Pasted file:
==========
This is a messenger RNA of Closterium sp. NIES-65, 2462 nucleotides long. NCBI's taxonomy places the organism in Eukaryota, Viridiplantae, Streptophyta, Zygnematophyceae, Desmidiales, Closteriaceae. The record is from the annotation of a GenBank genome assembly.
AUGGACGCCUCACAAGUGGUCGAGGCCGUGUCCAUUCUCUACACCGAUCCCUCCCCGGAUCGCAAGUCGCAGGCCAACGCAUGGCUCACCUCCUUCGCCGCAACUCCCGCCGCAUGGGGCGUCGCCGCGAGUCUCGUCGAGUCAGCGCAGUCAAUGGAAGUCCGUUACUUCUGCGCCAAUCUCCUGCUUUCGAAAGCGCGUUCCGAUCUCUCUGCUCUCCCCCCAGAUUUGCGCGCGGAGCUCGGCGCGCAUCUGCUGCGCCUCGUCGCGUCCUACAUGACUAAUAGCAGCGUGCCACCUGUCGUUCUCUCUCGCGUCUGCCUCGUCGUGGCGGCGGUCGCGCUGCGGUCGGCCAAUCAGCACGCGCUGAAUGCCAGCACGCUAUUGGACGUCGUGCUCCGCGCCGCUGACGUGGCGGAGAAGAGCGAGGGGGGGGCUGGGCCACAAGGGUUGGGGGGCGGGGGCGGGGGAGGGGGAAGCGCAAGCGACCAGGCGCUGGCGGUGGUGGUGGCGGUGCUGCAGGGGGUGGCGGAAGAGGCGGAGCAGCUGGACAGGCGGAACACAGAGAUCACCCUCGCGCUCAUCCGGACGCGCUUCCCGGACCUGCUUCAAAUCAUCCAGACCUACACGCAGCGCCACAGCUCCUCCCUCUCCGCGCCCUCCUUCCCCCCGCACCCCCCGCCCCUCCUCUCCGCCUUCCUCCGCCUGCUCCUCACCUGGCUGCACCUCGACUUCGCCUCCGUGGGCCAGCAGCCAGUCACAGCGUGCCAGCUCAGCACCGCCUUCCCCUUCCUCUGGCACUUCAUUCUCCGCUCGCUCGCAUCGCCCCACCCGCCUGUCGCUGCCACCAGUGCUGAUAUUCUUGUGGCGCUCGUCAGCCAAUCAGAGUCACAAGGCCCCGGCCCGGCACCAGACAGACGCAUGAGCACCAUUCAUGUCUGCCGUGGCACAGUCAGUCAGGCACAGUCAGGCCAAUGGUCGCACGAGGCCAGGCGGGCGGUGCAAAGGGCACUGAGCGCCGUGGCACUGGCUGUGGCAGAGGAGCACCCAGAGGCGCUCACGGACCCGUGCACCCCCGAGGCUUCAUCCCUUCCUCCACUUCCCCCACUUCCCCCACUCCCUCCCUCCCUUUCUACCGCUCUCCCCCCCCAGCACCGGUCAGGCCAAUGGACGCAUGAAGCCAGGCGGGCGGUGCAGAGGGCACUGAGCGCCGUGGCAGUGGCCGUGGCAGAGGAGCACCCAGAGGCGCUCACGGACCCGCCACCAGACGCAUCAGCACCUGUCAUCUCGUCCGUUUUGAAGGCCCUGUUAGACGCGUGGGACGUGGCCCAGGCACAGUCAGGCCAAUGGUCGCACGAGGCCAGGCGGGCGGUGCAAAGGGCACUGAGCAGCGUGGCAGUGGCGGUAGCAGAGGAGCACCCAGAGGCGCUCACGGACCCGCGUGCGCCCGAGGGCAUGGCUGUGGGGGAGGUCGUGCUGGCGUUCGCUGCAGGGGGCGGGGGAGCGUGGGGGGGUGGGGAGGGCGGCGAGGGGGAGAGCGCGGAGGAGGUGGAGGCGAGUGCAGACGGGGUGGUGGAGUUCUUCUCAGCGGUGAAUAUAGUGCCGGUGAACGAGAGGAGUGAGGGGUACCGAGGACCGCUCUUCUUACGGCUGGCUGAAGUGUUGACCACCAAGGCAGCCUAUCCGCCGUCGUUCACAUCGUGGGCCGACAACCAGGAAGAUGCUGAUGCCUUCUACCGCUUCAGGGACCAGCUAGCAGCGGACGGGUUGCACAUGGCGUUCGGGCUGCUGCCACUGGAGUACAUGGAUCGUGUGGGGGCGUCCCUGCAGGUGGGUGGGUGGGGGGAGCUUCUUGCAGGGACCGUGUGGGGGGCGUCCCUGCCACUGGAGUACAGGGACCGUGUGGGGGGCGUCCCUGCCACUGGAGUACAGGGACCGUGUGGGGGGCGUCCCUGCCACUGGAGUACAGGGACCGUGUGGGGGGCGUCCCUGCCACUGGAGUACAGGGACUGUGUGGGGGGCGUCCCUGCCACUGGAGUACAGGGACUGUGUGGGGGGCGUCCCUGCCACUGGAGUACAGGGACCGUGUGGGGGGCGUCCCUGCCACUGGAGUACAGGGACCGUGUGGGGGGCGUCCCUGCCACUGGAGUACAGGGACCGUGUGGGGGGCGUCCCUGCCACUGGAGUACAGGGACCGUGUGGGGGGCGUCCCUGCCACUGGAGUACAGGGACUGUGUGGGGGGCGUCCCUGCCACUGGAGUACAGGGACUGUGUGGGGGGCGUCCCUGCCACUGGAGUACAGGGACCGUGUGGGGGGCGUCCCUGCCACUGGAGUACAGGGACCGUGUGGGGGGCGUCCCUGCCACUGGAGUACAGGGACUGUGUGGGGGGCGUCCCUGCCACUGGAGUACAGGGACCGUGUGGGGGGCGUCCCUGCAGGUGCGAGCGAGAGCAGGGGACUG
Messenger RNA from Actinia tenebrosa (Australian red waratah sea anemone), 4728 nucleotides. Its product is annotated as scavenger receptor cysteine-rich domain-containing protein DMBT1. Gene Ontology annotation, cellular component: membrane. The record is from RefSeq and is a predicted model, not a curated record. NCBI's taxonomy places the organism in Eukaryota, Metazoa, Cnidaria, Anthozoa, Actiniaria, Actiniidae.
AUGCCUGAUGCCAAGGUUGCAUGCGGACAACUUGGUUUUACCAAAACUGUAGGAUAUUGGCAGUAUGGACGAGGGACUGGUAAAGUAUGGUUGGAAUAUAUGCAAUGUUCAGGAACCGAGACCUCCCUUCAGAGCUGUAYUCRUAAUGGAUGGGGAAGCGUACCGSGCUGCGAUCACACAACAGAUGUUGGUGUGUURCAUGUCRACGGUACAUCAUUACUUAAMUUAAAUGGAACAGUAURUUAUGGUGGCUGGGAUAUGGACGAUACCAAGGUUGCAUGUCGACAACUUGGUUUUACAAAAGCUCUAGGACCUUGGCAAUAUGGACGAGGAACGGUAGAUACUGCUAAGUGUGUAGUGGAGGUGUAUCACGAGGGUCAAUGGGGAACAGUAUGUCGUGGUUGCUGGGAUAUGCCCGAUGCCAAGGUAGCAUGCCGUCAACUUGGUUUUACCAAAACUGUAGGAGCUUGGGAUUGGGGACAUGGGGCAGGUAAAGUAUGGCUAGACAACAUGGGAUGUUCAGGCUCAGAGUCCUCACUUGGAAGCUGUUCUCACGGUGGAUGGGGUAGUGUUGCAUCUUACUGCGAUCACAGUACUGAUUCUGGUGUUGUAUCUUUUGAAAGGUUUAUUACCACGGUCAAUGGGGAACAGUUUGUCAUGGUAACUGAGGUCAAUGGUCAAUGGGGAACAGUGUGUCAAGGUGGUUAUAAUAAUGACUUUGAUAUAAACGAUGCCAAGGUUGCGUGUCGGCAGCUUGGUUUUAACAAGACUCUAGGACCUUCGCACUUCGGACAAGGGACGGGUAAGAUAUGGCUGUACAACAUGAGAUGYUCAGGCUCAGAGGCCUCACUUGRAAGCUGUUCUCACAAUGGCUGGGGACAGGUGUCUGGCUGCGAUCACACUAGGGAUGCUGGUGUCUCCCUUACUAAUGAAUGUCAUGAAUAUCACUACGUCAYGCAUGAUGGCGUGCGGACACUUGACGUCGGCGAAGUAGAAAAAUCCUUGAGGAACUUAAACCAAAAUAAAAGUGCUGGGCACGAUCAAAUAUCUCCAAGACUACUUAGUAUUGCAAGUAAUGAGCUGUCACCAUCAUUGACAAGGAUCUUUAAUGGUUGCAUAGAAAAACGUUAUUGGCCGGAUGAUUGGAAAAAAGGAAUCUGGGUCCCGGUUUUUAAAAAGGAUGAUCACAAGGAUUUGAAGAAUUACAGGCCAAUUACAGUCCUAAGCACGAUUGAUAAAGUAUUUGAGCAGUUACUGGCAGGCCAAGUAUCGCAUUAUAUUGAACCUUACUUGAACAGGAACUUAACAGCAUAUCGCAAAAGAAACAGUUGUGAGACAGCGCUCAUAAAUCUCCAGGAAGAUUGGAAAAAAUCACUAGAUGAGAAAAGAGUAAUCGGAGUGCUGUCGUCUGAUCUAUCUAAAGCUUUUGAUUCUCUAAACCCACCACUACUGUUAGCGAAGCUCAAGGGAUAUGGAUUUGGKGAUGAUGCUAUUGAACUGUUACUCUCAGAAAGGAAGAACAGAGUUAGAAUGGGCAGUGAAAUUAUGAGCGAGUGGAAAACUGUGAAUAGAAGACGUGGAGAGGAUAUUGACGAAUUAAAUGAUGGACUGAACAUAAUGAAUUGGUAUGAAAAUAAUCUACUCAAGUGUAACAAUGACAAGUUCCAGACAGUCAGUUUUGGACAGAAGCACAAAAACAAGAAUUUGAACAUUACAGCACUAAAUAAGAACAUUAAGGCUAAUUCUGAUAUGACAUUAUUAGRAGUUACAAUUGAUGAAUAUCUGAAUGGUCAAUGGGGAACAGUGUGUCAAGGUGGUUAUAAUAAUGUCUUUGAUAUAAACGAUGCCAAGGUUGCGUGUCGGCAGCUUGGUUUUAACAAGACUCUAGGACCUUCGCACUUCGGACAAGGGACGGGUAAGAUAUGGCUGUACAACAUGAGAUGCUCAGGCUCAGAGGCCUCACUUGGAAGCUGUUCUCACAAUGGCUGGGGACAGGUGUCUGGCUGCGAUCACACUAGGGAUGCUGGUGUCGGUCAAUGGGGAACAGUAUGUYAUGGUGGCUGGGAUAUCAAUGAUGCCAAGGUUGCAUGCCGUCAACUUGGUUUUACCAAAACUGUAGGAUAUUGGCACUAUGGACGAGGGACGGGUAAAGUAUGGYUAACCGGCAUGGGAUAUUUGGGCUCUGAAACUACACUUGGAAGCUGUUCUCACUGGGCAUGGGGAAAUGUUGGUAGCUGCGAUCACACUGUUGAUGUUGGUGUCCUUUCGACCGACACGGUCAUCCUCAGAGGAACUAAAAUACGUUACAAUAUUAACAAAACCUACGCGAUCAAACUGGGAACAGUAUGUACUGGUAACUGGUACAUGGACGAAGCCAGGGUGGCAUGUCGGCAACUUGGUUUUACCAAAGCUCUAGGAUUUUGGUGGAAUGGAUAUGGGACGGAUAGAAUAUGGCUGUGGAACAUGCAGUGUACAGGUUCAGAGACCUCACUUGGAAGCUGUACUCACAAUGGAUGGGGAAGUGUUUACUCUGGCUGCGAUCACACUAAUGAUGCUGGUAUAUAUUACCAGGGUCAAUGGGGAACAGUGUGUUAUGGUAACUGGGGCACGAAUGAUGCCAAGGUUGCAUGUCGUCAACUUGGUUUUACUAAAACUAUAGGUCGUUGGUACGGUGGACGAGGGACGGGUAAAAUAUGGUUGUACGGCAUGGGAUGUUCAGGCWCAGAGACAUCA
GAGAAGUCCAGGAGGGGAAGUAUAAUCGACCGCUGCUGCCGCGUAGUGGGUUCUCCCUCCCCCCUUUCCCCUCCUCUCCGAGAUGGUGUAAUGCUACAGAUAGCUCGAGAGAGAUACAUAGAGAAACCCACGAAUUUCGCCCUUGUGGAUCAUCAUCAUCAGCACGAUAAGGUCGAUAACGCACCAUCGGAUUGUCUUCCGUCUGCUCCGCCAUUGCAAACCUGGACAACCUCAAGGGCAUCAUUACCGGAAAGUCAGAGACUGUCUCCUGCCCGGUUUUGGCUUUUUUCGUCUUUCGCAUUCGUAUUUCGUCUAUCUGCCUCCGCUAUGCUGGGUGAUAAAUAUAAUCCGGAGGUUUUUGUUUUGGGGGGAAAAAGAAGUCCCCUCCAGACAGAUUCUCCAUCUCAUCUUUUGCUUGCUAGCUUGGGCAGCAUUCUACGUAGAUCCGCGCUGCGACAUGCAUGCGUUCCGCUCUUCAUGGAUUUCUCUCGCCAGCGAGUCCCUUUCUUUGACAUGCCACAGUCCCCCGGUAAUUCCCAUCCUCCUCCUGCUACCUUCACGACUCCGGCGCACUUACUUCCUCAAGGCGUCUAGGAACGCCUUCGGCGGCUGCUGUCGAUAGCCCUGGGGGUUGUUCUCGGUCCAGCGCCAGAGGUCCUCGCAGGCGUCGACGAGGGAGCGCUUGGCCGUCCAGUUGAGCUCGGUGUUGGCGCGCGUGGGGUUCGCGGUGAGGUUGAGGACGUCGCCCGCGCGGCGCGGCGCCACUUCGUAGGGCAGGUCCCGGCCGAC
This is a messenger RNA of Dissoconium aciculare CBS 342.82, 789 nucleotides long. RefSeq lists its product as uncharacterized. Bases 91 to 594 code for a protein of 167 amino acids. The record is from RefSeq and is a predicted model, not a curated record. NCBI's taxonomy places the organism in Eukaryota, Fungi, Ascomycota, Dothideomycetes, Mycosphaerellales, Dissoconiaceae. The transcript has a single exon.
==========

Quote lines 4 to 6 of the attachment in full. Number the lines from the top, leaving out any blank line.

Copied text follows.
AUGCCUGAUGCCAAGGUUGCAUGCGGACAACUUGGUUUUACCAAAACUGUAGGAUAUUGGCAGUAUGGACGAGGGACUGGUAAAGUAUGGUUGGAAUAUAUGCAAUGUUCAGGAACCGAGACCUCCCUUCAGAGCUGUAYUCRUAAUGGAUGGGGAAGCGUACCGSGCUGCGAUCACACAACAGAUGUUGGUGUGUURCAUGUCRACGGUACAUCAUUACUUAAMUUAAAUGGAACAGUAURUUAUGGUGGCUGGGAUAUGGACGAUACCAAGGUUGCAUGUCGACAACUUGGUUUUACAAAAGCUCUAGGACCUUGGCAAUAUGGACGAGGAACGGUAGAUACUGCUAAGUGUGUAGUGGAGGUGUAUCACGAGGGUCAAUGGGGAACAGUAUGUCGUGGUUGCUGGGAUAUGCCCGAUGCCAAGGUAGCAUGCCGUCAACUUGGUUUUACCAAAACUGUAGGAGCUUGGGAUUGGGGACAUGGGGCAGGUAAAGUAUGGCUAGACAACAUGGGAUGUUCAGGCUCAGAGUCCUCACUUGGAAGCUGUUCUCACGGUGGAUGGGGUAGUGUUGCAUCUUACUGCGAUCACAGUACUGAUUCUGGUGUUGUAUCUUUUGAAAGGUUUAUUACCACGGUCAAUGGGGAACAGUUUGUCAUGGUAACUGAGGUCAAUGGUCAAUGGGGAACAGUGUGUCAAGGUGGUUAUAAUAAUGACUUUGAUAUAAACGAUGCCAAGGUUGCGUGUCGGCAGCUUGGUUUUAACAAGACUCUAGGACCUUCGCACUUCGGACAAGGGACGGGUAAGAUAUGGCUGUACAACAUGAGAUGYUCAGGCUCAGAGGCCUCACUUGRAAGCUGUUCUCACAAUGGCUGGGGACAGGUGUCUGGCUGCGAUCACACUAGGGAUGCUGGUGUCUCCCUUACUAAUGAAUGUCAUGAAUAUCACUACGUCAYGCAUGAUGGCGUGCGGACACUUGACGUCGGCGAAGUAGAAAAAUCCUUGAGGAACUUAAACCAAAAUAAAAGUGCUGGGCACGAUCAAAUAUCUCCAAGACUACUUAGUAUUGCAAGUAAUGAGCUGUCACCAUCAUUGACAAGGAUCUUUAAUGGUUGCAUAGAAAAACGUUAUUGGCCGGAUGAUUGGAAAAAAGGAAUCUGGGUCCCGGUUUUUAAAAAGGAUGAUCACAAGGAUUUGAAGAAUUACAGGCCAAUUACAGUCCUAAGCACGAUUGAUAAAGUAUUUGAGCAGUUACUGGCAGGCCAAGUAUCGCAUUAUAUUGAACCUUACUUGAACAGGAACUUAACAGCAUAUCGCAAAAGAAACAGUUGUGAGACAGCGCUCAUAAAUCUCCAGGAAGAUUGGAAAAAAUCACUAGAUGAGAAAAGAGUAAUCGGAGUGCUGUCGUCUGAUCUAUCUAAAGCUUUUGAUUCUCUAAACCCACCACUACUGUUAGCGAAGCUCAAGGGAUAUGGAUUUGGKGAUGAUGCUAUUGAACUGUUACUCUCAGAAAGGAAGAACAGAGUUAGAAUGGGCAGUGAAAUUAUGAGCGAGUGGAAAACUGUGAAUAGAAGACGUGGAGAGGAUAUUGACGAAUUAAAUGAUGGACUGAACAUAAUGAAUUGGUAUGAAAAUAAUCUACUCAAGUGUAACAAUGACAAGUUCCAGACAGUCAGUUUUGGACAGAAGCACAAAAACAAGAAUUUGAACAUUACAGCACUAAAUAAGAACAUUAAGGCUAAUUCUGAUAUGACAUUAUUAGRAGUUACAAUUGAUGAAUAUCUGAAUGGUCAAUGGGGAACAGUGUGUCAAGGUGGUUAUAAUAAUGUCUUUGAUAUAAACGAUGCCAAGGUUGCGUGUCGGCAGCUUGGUUUUAACAAGACUCUAGGACCUUCGCACUUCGGACAAGGGACGGGUAAGAUAUGGCUGUACAACAUGAGAUGCUCAGGCUCAGAGGCCUCACUUGGAAGCUGUUCUCACAAUGGCUGGGGACAGGUGUCUGGCUGCGAUCACACUAGGGAUGCUGGUGUCGGUCAAUGGGGAACAGUAUGUYAUGGUGGCUGGGAUAUCAAUGAUGCCAAGGUUGCAUGCCGUCAACUUGGUUUUACCAAAACUGUAGGAUAUUGGCACUAUGGACGAGGGACGGGUAAAGUAUGGYUAACCGGCAUGGGAUAUUUGGGCUCUGAAACUACACUUGGAAGCUGUUCUCACUGGGCAUGGGGAAAUGUUGGUAGCUGCGAUCACACUGUUGAUGUUGGUGUCCUUUCGACCGACACGGUCAUCCUCAGAGGAACUAAAAUACGUUACAAUAUUAACAAAACCUACGCGAUCAAACUGGGAACAGUAUGUACUGGUAACUGGUACAUGGACGAAGCCAGGGUGGCAUGUCGGCAACUUGGUUUUACCAAAGCUCUAGGAUUUUGGUGGAAUGGAUAUGGGACGGAUAGAAUAUGGCUGUGGAACAUGCAGUGUACAGGUUCAGAGACCUCACUUGGAAGCUGUACUCACAAUGGAUGGGGAAGUGUUUACUCUGGCUGCGAUCACACUAAUGAUGCUGGUAUAUAUUACCAGGGUCAAUGGGGAACAGUGUGUUAUGGUAACUGGGGCACGAAUGAUGCCAAGGUUGCAUGUCGUCAACUUGGUUUUACUAAAACUAUAGGUCGUUGGUACGGUGGACGAGGGACGGGUAAAAUAUGGUUGUACGGCAUGGGAUGUUCAGGCWCAGAGACAUCA
GAGAAGUCCAGGAGGGGAAGUAUAAUCGACCGCUGCUGCCGCGUAGUGGGUUCUCCCUCCCCCCUUUCCCCUCCUCUCCGAGAUGGUGUAAUGCUACAGAUAGCUCGAGAGAGAUACAUAGAGAAACCCACGAAUUUCGCCCUUGUGGAUCAUCAUCAUCAGCACGAUAAGGUCGAUAACGCACCAUCGGAUUGUCUUCCGUCUGCUCCGCCAUUGCAAACCUGGACAACCUCAAGGGCAUCAUUACCGGAAAGUCAGAGACUGUCUCCUGCCCGGUUUUGGCUUUUUUCGUCUUUCGCAUUCGUAUUUCGUCUAUCUGCCUCCGCUAUGCUGGGUGAUAAAUAUAAUCCGGAGGUUUUUGUUUUGGGGGGAAAAAGAAGUCCCCUCCAGACAGAUUCUCCAUCUCAUCUUUUGCUUGCUAGCUUGGGCAGCAUUCUACGUAGAUCCGCGCUGCGACAUGCAUGCGUUCCGCUCUUCAUGGAUUUCUCUCGCCAGCGAGUCCCUUUCUUUGACAUGCCACAGUCCCCCGGUAAUUCCCAUCCUCCUCCUGCUACCUUCACGACUCCGGCGCACUUACUUCCUCAAGGCGUCUAGGAACGCCUUCGGCGGCUGCUGUCGAUAGCCCUGGGGGUUGUUCUCGGUCCAGCGCCAGAGGUCCUCGCAGGCGUCGACGAGGGAGCGCUUGGCCGUCCAGUUGAGCUCGGUGUUGGCGCGCGUGGGGUUCGCGGUGAGGUUGAGGACGUCGCCCGCGCGGCGCGGCGCCACUUCGUAGGGCAGGUCCCGGCCGAC
This is a messenger RNA of Dissoconium aciculare CBS 342.82, 789 nucleotides long. RefSeq lists its product as uncharacterized. Bases 91 to 594 code for a protein of 167 amino acids. The record is from RefSeq and is a predicted model, not a curated record. NCBI's taxonomy places the organism in Eukaryota, Fungi, Ascomycota, Dothideomycetes, Mycosphaerellales, Dissoconiaceae. The transcript has a single exon.